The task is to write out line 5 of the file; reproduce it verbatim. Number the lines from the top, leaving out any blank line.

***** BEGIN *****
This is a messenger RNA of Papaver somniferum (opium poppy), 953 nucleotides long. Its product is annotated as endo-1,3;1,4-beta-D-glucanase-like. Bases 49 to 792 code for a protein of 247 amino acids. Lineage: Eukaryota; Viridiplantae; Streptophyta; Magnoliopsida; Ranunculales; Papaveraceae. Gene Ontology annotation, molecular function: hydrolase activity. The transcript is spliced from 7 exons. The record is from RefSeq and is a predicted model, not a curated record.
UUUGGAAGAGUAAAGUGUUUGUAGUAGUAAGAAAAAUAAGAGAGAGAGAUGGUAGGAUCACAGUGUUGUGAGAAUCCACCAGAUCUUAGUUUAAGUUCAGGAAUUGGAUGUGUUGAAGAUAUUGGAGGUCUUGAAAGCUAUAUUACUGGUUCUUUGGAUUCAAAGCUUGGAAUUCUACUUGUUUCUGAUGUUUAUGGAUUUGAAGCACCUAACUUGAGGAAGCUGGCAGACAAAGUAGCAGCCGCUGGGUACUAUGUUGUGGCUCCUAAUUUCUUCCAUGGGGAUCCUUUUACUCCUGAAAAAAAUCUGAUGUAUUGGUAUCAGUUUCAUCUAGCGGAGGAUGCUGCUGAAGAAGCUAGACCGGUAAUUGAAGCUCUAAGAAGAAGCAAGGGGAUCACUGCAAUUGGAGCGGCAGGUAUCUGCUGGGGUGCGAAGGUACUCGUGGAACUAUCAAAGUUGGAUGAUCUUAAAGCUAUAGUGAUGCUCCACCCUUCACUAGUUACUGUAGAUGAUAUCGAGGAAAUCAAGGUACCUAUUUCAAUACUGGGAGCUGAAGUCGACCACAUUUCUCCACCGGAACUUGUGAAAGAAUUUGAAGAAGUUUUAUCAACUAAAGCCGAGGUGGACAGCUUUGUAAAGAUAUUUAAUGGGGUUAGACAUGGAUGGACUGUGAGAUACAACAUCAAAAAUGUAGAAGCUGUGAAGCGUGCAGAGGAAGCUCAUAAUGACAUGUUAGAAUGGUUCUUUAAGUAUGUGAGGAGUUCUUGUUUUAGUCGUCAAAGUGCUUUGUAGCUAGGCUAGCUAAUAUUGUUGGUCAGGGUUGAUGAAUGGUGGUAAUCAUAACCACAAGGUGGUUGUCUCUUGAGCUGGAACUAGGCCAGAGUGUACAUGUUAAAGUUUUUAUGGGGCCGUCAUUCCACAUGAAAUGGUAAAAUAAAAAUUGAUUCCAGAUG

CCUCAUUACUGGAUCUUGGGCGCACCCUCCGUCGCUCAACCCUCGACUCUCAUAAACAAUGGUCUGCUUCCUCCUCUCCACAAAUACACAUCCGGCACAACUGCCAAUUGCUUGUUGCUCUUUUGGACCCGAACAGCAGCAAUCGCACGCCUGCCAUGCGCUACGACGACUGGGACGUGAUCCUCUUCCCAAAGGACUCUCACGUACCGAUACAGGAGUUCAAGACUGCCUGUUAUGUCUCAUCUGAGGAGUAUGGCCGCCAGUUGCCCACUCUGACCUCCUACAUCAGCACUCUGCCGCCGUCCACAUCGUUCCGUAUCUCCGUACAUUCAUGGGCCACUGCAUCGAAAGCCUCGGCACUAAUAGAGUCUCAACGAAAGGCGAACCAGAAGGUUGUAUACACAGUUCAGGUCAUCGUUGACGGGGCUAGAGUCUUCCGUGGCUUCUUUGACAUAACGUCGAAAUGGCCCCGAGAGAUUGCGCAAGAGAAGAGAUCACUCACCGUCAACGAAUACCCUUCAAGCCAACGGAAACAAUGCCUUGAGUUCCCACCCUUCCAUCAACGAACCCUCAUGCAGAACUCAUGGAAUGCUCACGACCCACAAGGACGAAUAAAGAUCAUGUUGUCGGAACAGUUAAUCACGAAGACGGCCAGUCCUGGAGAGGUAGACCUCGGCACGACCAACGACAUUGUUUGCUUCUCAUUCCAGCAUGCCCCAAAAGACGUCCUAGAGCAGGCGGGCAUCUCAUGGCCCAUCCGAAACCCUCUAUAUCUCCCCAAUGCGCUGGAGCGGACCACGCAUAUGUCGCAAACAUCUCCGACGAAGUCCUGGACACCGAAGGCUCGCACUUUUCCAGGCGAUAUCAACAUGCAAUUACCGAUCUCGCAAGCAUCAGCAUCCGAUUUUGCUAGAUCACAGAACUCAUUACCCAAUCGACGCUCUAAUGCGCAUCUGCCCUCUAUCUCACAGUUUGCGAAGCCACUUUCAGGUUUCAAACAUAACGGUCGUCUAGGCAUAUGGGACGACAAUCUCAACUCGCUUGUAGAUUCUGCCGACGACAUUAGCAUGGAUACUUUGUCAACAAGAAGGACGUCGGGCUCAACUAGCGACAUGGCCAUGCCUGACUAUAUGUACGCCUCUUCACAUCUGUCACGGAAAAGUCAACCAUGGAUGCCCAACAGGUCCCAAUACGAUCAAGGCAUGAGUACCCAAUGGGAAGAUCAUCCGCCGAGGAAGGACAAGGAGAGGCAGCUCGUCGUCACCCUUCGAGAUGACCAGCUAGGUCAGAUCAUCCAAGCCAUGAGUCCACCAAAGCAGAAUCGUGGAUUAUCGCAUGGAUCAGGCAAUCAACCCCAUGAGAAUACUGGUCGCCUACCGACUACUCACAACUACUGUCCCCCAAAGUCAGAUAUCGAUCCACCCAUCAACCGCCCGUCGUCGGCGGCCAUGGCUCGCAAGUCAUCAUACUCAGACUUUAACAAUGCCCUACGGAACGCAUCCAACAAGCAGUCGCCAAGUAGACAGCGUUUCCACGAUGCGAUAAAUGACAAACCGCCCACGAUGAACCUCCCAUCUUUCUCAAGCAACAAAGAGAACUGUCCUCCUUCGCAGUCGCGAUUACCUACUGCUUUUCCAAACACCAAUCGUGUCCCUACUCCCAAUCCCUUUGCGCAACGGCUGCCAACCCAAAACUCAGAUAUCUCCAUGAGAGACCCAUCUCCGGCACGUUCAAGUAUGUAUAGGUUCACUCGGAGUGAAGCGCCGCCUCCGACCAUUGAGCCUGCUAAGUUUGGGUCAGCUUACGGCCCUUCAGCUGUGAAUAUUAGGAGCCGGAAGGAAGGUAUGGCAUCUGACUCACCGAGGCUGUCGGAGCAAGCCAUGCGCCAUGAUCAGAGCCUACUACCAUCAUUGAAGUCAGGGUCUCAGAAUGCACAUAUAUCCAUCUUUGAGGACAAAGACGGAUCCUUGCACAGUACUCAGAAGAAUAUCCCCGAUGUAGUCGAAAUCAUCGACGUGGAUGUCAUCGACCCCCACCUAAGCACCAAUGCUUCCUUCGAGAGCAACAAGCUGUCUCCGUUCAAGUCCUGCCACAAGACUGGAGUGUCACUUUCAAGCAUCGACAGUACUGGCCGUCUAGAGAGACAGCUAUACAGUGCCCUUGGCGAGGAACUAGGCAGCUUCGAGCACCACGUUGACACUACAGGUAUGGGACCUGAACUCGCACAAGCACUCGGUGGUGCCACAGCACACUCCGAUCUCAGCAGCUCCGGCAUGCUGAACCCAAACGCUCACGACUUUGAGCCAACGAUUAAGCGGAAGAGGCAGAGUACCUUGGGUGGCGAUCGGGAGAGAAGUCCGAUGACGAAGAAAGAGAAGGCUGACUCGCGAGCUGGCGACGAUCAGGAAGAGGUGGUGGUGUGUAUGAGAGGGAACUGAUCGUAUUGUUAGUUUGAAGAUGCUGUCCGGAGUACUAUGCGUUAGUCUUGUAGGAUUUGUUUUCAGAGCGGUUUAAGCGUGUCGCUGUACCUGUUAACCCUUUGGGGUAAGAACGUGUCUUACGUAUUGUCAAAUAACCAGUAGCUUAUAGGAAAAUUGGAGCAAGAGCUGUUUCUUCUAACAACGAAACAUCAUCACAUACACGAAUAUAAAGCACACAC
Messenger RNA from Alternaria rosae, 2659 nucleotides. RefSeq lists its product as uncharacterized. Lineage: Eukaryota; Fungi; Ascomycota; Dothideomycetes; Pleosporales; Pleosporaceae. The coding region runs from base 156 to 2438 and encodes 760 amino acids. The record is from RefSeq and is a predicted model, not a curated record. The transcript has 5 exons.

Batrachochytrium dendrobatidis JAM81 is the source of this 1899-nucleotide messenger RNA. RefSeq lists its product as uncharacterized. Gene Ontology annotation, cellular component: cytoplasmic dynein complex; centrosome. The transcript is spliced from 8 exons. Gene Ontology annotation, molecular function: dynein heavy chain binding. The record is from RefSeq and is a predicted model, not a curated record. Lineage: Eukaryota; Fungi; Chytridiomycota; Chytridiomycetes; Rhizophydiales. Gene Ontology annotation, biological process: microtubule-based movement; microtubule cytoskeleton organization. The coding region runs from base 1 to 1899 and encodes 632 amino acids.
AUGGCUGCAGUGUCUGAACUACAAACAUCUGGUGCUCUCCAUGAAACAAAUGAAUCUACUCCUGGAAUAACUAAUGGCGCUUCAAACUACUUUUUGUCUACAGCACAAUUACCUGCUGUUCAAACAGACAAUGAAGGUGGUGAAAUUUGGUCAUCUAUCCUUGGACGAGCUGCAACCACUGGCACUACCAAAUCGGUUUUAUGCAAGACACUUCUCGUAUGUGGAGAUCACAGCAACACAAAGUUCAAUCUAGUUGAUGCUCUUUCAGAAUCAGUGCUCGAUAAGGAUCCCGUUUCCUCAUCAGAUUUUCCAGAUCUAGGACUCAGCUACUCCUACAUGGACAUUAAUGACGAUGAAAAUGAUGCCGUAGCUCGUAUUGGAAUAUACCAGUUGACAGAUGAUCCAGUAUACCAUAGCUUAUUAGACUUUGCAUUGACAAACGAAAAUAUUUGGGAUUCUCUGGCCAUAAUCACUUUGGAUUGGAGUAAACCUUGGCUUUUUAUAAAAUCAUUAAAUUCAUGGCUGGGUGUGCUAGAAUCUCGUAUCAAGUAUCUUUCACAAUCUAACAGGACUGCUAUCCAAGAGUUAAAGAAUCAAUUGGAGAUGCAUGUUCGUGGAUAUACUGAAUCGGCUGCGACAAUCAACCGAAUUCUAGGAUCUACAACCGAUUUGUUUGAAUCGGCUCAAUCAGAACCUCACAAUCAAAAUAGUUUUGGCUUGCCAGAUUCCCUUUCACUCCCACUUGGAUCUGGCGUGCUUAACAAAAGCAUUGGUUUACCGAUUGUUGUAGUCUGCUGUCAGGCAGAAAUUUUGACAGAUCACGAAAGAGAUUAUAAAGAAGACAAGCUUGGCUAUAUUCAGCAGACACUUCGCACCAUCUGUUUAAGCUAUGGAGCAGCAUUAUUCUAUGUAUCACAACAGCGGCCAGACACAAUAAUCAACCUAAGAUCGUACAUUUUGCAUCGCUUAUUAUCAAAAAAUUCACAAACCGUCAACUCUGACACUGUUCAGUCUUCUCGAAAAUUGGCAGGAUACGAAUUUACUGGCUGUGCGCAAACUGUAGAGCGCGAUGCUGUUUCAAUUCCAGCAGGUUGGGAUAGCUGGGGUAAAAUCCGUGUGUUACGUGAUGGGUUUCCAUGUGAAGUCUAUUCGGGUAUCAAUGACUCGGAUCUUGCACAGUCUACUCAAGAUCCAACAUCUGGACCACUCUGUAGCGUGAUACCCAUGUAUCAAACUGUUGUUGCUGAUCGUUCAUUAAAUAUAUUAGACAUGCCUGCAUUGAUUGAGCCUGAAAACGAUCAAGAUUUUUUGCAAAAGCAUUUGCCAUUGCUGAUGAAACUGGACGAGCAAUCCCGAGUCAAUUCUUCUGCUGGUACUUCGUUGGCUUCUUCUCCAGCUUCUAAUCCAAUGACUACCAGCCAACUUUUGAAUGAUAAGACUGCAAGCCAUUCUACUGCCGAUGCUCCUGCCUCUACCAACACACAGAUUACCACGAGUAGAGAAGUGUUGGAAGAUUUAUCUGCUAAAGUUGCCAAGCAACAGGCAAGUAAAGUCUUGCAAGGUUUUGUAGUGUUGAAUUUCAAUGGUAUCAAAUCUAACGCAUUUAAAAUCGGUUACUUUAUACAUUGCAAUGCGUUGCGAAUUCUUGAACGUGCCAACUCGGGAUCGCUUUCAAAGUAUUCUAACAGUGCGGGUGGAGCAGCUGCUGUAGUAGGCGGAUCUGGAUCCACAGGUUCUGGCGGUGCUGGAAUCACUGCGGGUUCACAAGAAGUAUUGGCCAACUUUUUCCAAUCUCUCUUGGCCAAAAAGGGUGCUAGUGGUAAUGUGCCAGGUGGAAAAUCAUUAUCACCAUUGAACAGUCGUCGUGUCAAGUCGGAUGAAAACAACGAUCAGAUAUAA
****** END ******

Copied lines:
Batrachochytrium dendrobatidis JAM81 is the source of this 1899-nucleotide messenger RNA. RefSeq lists its product as uncharacterized. Gene Ontology annotation, cellular component: cytoplasmic dynein complex; centrosome. The transcript is spliced from 8 exons. Gene Ontology annotation, molecular function: dynein heavy chain binding. The record is from RefSeq and is a predicted model, not a curated record. Lineage: Eukaryota; Fungi; Chytridiomycota; Chytridiomycetes; Rhizophydiales. Gene Ontology annotation, biological process: microtubule-based movement; microtubule cytoskeleton organization. The coding region runs from base 1 to 1899 and encodes 632 amino acids.